Illinois Cash Rents: Parameters for a Bonus in 2016

    Cash rents need to be lowered to avoid farmer losses in 2016. For obvious reasons, landowners are reluctant to lower cash rents, particularly given uncertainty about 2016 revenue.

    Switching from a fixed cash rent lease to a variable cash lease allows a lower base rent to be established while simultaneously allowing landowners to share in higher crop revenues if they occur. Suggestions for 2016 parameters of a variable cash rent lease are given in this article for high-productivity central Illinois farmland. Adjustments for lower productivity farmland are suggested.

    Why Have a Variable Cash Rent Lease?

    Expected prices and costs associated with 2016 corn and soybean production suggest that most cash rents need to be reduced. If cash rents are not reduced, farmers could face large loses. Of course, prices and yields will play a large role in determining 2016 returns. Moreover, actual yields and prices can vary tremendously from current expectations. A variable cash lease allows cash rent to increase if actual prices and yields result in higher than expected revenue.

    The particular form of a variable cash rent discussed in this article is a “cash rent with bonus” arrangement (see farmdoc daily, September 27, 2011). This lease has a base rent that will be paid by the farmer to the landowner regardless of crop revenue. A bonus occurs when crop revenue exceeds a revenue trigger. To implement a cash rent with bonus, a farmer and landowner have to agree on:

    1. A base cash rent,
    2. Crop revenue triggers, and
    3. Landowner shares of revenue above the revenue trigger.

    Items (2) and (3) above typically vary by crop.

    Cash Rent with Bonus Parameters for 2016

    Panel A of Table 1 show cash rent with bonus parameters that are appropriate for high-productivity farmland in central Illinois. This table is from a FAST spreadsheet called “Cash Rent with Bonus” available for download from the FAST section of farmdoc. Suggested parameters are:

    1. Base rent of $200 per acre – This is the amount paid by the farmer and landowner regardless of crop revenue.
    2. Crop revenue triggers of $750 per acre for corn and $550 per acre for soybeans. The trigger revenues are set based on conservative estimates of non-land costs ($550 per acre for corn and $350 for soybeans), plus the base rent. When calculated this way, revenue covers the farmer’s costs before revenue sharing occurs between the farmer and landowner.
    3. Landowner share above revenue trigger of 50%.09092015_tab1.jpg

    At the current time, reasonable expectations of 2016 prices are $3.65 per bushel for corn and $9.15 per bushel for soybeans. No bonus will result if yields are near average (see Panel B of Table 1). At the yields shown in Panel B, bonuses would begin at a $3.85 per bushel for corn and $10.00 per bushel for soybeans.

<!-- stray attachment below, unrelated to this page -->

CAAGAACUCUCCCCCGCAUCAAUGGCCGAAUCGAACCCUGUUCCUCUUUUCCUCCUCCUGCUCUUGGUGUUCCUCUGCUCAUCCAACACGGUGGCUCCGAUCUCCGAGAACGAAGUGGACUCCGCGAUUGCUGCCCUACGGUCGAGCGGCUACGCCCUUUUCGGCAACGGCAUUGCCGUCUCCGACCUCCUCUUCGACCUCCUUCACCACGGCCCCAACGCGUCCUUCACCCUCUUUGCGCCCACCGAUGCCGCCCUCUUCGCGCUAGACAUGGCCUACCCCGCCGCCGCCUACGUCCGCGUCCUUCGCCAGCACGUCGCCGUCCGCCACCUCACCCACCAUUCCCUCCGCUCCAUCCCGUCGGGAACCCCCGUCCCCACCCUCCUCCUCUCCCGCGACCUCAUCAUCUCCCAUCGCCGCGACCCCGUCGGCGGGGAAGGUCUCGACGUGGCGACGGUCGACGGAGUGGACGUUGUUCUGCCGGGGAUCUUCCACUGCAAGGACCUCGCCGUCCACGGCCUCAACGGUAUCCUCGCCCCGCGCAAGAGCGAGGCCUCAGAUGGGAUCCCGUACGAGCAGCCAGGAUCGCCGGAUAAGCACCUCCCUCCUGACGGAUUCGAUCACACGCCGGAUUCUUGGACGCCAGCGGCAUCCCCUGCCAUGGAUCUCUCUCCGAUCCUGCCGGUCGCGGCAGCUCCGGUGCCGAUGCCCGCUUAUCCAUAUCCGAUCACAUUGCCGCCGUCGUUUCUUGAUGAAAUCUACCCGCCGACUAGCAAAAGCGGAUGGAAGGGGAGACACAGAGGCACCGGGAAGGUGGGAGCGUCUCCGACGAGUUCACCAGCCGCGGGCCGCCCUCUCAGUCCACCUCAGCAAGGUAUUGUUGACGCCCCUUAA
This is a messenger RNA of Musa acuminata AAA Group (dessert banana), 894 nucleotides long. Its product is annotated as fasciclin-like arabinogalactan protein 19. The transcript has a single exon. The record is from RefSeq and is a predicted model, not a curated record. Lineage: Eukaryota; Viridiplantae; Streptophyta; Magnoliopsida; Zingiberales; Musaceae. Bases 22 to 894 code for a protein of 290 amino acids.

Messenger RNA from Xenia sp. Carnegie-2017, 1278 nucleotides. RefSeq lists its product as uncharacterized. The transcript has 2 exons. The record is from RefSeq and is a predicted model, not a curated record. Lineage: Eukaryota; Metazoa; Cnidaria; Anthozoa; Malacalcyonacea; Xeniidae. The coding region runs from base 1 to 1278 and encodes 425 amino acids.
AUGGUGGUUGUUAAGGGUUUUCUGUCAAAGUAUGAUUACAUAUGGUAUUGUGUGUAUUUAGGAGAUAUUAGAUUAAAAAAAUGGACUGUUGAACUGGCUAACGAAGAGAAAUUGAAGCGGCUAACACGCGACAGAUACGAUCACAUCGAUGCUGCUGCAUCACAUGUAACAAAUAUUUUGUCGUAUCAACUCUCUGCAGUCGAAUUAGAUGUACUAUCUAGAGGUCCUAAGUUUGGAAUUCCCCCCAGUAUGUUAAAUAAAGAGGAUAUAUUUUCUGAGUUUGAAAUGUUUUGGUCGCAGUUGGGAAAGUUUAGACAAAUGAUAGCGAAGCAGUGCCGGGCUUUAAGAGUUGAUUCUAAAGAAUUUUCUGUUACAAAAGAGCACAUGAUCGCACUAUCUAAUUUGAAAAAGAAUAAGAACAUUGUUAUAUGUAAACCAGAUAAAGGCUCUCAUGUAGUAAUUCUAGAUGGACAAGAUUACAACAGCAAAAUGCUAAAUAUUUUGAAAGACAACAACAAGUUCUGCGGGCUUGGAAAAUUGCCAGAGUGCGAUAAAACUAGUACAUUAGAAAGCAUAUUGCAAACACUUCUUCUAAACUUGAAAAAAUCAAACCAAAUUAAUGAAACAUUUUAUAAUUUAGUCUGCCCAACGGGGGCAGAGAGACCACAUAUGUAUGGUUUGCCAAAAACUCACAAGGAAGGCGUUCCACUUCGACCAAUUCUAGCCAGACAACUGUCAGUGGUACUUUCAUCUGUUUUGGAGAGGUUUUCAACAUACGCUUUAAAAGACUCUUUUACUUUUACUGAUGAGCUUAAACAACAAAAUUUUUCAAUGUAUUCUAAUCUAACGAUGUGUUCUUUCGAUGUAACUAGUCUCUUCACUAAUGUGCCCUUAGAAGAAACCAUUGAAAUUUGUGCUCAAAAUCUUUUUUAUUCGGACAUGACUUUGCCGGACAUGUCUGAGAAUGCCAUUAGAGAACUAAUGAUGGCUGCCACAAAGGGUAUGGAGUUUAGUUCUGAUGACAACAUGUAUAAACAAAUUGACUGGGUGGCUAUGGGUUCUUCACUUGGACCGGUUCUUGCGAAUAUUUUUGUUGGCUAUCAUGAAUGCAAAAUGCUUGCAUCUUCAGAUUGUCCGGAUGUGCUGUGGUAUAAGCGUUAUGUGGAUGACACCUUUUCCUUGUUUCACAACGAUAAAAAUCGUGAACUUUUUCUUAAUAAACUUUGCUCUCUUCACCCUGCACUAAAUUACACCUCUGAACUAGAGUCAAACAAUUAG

The $200 per acre base rent is set assuming that 2016 ARC payments will be near $35 per base acre when averaged across corn and soybean base acres. If ARC payments occur, the farmer would have losses at the prices and yields shown in panel B of Table 1. ARC payments are not included in the calculation of bonus because they will not be known for certain until the second half of 2017.

    Many fixed cash rents for this productivity currently are in the high $200 per acre range. Hence, a $200 base rent results in a substantial reduction in landowner returns. Setting the “landowner share of above revenue trigger” at 50% provides landowners with upside potential if revenues are above expectations. Often the share percentage is set in the 40 to 45% range.

    Changes in these parameters likely will be needed in 2017. ARC payments likely will be lower in 2017 than in 2016. Lower ARC payments suggest that base rents and trigger revenues should be lowered as well. Changes in non-land costs between 2017 also could cause the need to changes rental parameters.

    Landowners and farmers could use different parameters than those suggested in this article. Increases in “landowner share above revenue trigger” should be associated with lower “base rents” and lower “crop revenue triggers”.

    Historic Performance of these Parameters

    Table 2 shows the cash rents that would have resulted had the above lease been in place from 2006 through 2014. Prices, yields, and crop insurance payments used to generate these cash rents come from averages for central Illinois with high-productivity for farmland (see here).

    The average cash rent would be appropriate for 50% corn – 50% soybeans rotations. Cash rent with bonus levels would have been $200 per acre in 2006, $227 in 2007, $228 in 2008, $200 in 2009, $257 in 2010, $336 in 2011, $360 in 2012, $297 in 2013, and $252 in 2014. These yearly cash rents average $262 per acre, which is higher than the $226 per acre average for cash rents in central Illinois for high-productivity farmland.


    Lower Productivity Level

    The above example presumes farmland is expected to yield 195 bushels per acre. Lowering the base rent and trigger revenues would be appropriate for lower farmland productivities. At 180 bushels per acre, a $150 base rent would be roughly equivalent to the above $200 base rent for 195 bushels per acre. Revenue triggers for 180 bushels per acre farmland than are $700 per acre for corn ($550 non-land costs + $150 cash rent) and $500 for soybeans ($350 non-land costs + $150 cash rent).


    This article suggests 2016 cash rent with bonus parameters. A FAST spreadsheet called “Cash Rent with Bonus” is available here for download for examining the impacts of alternative lease parameters.

    The Latest

    Send press releases to

    View All Events

    [ecs-list-events limit="5" key="start date" order="asc"]
    Send press releases to

    View All Events